We are all unique people, but there are some mistakes that almost every new photographer makes at some point. Here are five common mistakes to watch out for in your own work.
This is something I am pretty sure 100% of photographers have been guilty of at some point. I know I certainly did this quite a lot of the time when I was first starting out, and I still catch myself taking things too far sometimes. The problem often arises simply because beginners have not yet developed a refined eye for edits, so it is hard to dial in subtle adjustments. That ability is something that just comes with time and practice and looking at a lot of photos — a lot.
This sort of over-editing often crops up in a few common ways, most of them having to do with saturation, HDR, and skin editing. It is very common to see photographers really over-crank the saturation, use extreme HDR, or blur skin to oblivion. Instead of cranking up the saturation, try using a touch of vibrance and spending time with the HSL sliders to dial in specific colors so you are not just turning all the colors way up. Also, remember that HDR is a technique for getting around the limited (as compared to the human eye) dynamic range of camera sensors. The truth is that with modern sensors, you truly do not need HDR very often at all. And remember that skin is supposed to have texture; rather than getting rid of every last blemish, focus on just the blemishes that are most prominent. Regarding the three aforementioned items, it is always better to err on the side of under-editing than over-editing.
2. Ignoring the Edges of the Frame
There are a lot of compositional tools and heuristics, but at the end of the day, composition is generally about leading the viewer's eye toward the subject and avoiding things that lead the viewer's eye away from the subject or out of the image, all while keeping everything in the frame in balance. Remember that in general, our eyes are drawn to the brightest part of the frame along with major changes in color, texture, or content. It is, in general, fairly dangerous to place anything novel, bright, or overly colorful near the edges of the frame, because it not only distracts from your subject, it pulls the viewer's eye out of the frame entirely.
It can be easy to overlook the edges of the frame, even as a seasoned professional, simply because our subject is rarely near the edge, and thus, the majority of our attention is focused elsewhere. I struggled with this for years. What finally fixed it for me was literally conditioning myself to scan the frame in a circle before clicking the shutter. In other words, before I clicked the shutter, I consciously forced myself to run my eye along each edge of the frame until it became an automatic habit. At first, this is cumbersome and takes a lot of time, but once you habituate yourself to it, it becomes easy and quick. In general, try to keep the edges of your frames uncluttered and simple.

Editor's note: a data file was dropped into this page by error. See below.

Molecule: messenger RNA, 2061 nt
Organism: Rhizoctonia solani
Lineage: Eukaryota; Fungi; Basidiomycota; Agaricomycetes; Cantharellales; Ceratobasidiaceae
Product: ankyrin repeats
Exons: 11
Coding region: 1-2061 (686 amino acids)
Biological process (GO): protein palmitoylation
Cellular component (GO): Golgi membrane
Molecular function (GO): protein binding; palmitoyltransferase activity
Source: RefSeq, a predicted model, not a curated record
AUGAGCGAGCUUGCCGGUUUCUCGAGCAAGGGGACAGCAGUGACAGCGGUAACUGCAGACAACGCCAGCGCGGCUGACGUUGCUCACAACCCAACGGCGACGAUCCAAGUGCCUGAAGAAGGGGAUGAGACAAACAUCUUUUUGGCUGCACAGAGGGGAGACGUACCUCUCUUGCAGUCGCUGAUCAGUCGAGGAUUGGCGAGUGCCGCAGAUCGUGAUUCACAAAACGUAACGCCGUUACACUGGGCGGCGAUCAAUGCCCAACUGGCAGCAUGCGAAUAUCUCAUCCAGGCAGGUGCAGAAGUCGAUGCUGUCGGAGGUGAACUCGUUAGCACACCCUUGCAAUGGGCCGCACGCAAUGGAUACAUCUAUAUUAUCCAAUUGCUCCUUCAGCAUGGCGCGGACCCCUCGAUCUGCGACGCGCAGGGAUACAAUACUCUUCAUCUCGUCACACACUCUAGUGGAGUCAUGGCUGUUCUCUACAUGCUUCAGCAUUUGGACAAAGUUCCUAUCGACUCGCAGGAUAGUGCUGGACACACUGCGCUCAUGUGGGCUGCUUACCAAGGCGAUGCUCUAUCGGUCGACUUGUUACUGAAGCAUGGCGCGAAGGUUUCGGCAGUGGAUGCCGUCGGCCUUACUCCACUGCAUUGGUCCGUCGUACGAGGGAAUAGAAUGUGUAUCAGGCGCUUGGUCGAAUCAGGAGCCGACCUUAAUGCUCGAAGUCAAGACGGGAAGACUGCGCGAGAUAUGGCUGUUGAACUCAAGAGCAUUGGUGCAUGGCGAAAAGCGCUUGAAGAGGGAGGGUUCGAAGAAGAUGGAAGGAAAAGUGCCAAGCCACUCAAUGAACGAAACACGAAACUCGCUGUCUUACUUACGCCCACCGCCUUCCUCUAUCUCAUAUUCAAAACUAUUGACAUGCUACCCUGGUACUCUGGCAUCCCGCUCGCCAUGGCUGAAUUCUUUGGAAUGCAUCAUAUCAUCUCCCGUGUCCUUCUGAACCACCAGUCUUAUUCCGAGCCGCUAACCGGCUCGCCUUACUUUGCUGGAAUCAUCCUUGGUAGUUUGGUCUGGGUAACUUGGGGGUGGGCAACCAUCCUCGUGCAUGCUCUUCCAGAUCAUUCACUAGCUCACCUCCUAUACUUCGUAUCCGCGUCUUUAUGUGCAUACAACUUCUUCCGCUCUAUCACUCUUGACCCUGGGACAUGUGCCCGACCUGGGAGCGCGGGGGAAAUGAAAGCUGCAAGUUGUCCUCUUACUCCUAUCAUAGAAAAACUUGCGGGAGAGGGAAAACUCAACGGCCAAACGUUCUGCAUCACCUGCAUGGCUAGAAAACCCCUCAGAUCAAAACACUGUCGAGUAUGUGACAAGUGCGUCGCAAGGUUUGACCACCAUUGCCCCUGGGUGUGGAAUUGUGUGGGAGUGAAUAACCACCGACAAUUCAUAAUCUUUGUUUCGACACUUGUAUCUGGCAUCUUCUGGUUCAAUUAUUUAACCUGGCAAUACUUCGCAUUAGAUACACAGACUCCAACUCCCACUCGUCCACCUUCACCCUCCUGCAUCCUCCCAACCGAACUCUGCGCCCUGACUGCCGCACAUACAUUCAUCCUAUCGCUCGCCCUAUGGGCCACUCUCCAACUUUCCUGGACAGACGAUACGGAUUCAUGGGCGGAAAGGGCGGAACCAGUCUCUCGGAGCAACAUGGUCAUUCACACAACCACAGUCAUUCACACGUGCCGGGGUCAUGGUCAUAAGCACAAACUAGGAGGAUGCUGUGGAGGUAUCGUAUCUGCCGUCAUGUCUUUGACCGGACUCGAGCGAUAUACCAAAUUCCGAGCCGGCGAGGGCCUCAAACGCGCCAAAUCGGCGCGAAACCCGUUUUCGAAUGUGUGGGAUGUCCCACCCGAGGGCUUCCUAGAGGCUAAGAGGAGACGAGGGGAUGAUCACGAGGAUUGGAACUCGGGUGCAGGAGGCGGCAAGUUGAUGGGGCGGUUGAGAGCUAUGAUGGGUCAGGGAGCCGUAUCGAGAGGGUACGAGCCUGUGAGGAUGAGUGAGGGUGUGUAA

3. Using New Gear During a Paid Shoot
I have definitely been guilty of this once or twice, and it has bitten me in the butt each time. New gear is exciting, and we often can't wait to put it to use. However, a paid shoot is not the place to do that. There are two reasons for this. First, even new gear has the potential to have something wrong with it. For example, I bought a new 85mm f/1.4 lens for a three-week trip to a different state back in 2013, only to have its focusing mechanism completely fail on me after just a few shots (it wouldn't even manually focus). Luckily, overnight shipping saved the day and I was only without a portrait lens for a day, but I could have saved myself a lot of headaches had I simply tested the lens before I left.
The other reason it is a bad idea to use new gear during an important shoot is because you are not familiar with it. I'm not implying that you won't know how to use the device at all or the like. Instead, it's always something silly, like how to change a menu setting. For example, I took a brand new set of lights to a shoot and had to stop in the middle to look up how to adjust the HSS settings on my phone. Take time to get familiar with your equipment before you're being relied on to use it properly and efficiently.
4. Overcomplicating Their Compositions
It is tempting to try to include as much as possible in the frame, trying to add visual interest and balance different elements. Generally, it is better to err on the side of simplifying compositions. Remember, it is important to always keep the attention moving toward your subject, and if that means simplifying your compositions, don't be afraid to. Be willing to crop in tight; don't let your subject get swallowed up by the frame.
5. Standing in One Spot at One Height
This is why I hate zoom lenses for beginners, because they discourage you from trying different perspectives, angles, heights, etc. It becomes far too easy to stand in one spot with a zoom lens and simply zoom in and out. It is important to remember, however, that zooming with your feet is not the same as zooming with a lens because of the perspective change. If you find yourself falling into this habit, either switch to a prime or pick a focal length on your zoom lens and force yourself to stick to it for an hour on a photo walk or the like. Work on trying different perspectives, changing your height, and the like. People are very used to seeing photos taken from a normal height; after all, that is the perspective of our eyes. You can often make more eye-catching shots by showing the viewer a perspective they are not used to seeing.